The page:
- Place of origin:
London (possibly, made)
- Materials and Techniques:
Wool; handknit, fulled
- Museum number:
- Gallery location:
This closely knitted woollen cap has lost its original heavily felted surface and its dashing red colour. Both texture and colour imitated those of the more expensive silk velvet bonnets that were fashionable. Its size suggests it may have belonged to a young boy or an adult with a smallish head; it was fashionable to wear the cap resting on the side of the head rather than pulled down over it. The drawings of the artist Hans Holbein the Younger (1497/8-1543) show how such caps were worn.
A large number of 16th-century knitted caps, most of highly fashionable shape, have been discovered in Greater London in building sites. The location of the finds allied to the fact that the caps are knitted, suggests that they were not intended for the upper strata of society, but rather for the middle classes.
This cap was found along with eleven others in an old house in Worship street in the city of London.
Cap for a man or woman of wool yarn, handknit in the round and then fulled, in the split-brim style. It has a single layer brim, in reverse stocking stitch; the crown is knit in stocking stitch. Some of the cap's original red colour (possibly dyed with madder) remains. The remains of strings are attached on each side, and were probably to be tied together over the top of the crown.
Place of Origin
London (possibly, made)
Materials and Techniques
Wool; handknit, fulled
Diameter: 25 cm, Weight: 0.1 kg
Object history note
This cap was part of lot 89 of the sale at Sotheby, Wilkinson & Hodge on 19 November 1901 of the collection of the late Mr James Smith of Whitechapel (relevant papers RP/1901/36361, plus catalogue, can be found on the Sotheby's Nominal file MA/1/S2595/1).
Historical significance: In England, the manufacture of caps was of sufficient importance to merit control by Act of Parliament from 1488 onwards. The 'Cappers Act' of 1571 stated that every person above the age of six years (excepting 'Maids, ladies, gentlewomen, noble personages, and every Lord, knight and gentleman of twenty marks land') residing in any of the cities, towns, villages or hamlets of England, shall wear on Sundays and holidays (except when travelling), 'a cap of wool, thicked and dressed in England, made within this realm, and only dressed and finished by some of the trade of cappers, upon pain to forfeit for every day of not wearing 3s. 4d.'. This act was intended to keep domestic production alive, as caps were outmoded by this date and there was a danger that a fall in demand for them would have a detrimental effect on the makers. (From Statutes at Large, vol vi, p 288, quoted in Textile History, vol 1, 1971; article by S M Levey: Illustrations of the History of Knitting Selected from the Collection of the Victoria and Albert Museum).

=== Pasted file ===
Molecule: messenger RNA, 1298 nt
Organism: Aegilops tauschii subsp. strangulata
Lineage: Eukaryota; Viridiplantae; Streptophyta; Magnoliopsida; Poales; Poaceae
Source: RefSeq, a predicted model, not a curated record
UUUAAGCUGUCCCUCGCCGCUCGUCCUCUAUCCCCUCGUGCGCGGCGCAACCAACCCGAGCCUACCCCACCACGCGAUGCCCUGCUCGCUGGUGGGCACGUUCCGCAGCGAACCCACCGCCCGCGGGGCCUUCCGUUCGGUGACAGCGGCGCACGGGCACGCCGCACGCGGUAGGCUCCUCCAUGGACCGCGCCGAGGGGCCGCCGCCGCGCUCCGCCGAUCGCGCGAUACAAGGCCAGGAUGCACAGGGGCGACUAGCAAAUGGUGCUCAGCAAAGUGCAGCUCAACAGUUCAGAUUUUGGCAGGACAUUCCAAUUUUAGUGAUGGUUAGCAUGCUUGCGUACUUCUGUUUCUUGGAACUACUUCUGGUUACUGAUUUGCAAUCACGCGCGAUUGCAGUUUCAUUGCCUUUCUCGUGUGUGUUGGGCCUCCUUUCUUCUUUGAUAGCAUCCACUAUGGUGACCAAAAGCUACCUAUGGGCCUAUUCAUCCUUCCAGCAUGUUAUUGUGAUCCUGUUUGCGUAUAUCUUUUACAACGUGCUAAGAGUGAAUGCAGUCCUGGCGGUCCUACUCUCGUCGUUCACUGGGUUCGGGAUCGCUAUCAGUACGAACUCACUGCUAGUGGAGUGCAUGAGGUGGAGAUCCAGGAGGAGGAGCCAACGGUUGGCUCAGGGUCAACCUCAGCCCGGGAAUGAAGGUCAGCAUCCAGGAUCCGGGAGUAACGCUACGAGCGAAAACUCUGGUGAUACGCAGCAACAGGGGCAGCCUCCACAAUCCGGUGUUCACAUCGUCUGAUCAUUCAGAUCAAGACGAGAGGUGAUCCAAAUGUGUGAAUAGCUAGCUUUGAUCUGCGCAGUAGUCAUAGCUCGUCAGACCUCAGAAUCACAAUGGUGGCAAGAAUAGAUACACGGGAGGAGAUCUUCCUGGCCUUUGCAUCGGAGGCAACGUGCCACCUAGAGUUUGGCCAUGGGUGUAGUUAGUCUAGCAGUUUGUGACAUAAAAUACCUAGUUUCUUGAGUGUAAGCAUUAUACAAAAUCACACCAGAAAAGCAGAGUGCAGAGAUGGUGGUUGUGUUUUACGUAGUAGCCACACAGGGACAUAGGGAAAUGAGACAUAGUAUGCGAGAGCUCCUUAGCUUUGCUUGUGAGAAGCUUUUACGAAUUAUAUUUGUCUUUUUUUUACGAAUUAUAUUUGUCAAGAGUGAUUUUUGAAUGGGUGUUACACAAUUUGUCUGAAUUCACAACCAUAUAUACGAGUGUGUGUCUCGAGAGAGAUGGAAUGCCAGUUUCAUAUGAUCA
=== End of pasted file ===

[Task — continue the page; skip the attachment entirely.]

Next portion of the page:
Historical context note
This cap is fairly small, and, as a result, it has always been assumed that it belonged to a boy. Evidence from drawings of the 1530s by Hans Holbein the Younger (1497/8-1543) suggest that this assumption may not necessarily be accurate. In these drawings the rounded caps worn by adult men are relatively small, worn off centre, on the side of the head rather than resting on top of the head. Nonetheless, the head for which this cap was intended was not large. An alternative explanation of its size is the possibility that it might have shrunk over the hundreds of years of its existence. There is however no obvious sign of shrinkage.
Knitted or felted caps were designed to be warm and waterproof, some protected the neck, some had ear flaps and many were trimmed with ribbons to imitate expensive silk versions. Wealthy Londoners would have worn European fashionable bonnets / caps of silk velvet decorated with ostrich feathers, aglets and brooches. Knitted caps were heavily felted so that their surface texture imitated velvet. Wool absorbs colour easily, so many caps were dyed in strong colours, such as red and black which were fashionable at the time. A large number of 16th-century knitted caps, most of highly fashionable shape, have been discovered in Greater London in the early 20th century during building works. The context/location of the find and the fact that the caps themselves were knitted suggest that they were not intended for the upper strata of society, but rather for the middle classes.
Man's or woman's knitted wool cap, 1500-50, English, red, split brim style.
Bibliographic References (Citation, Note/Abstract, NAL no)
Jane Malcolm-Davies, KEME Research (Knitting in Early Modern Europe Research); https://kemeresearch.com/caps/4
Found in an old house in Worship Street, London.
Hand knitting; Fulling
Archaeology; Children's clothes; Clothing; Images Online; Hats & headwear; Fashion; Europeana Fashion Project
Textiles and Fashion Collection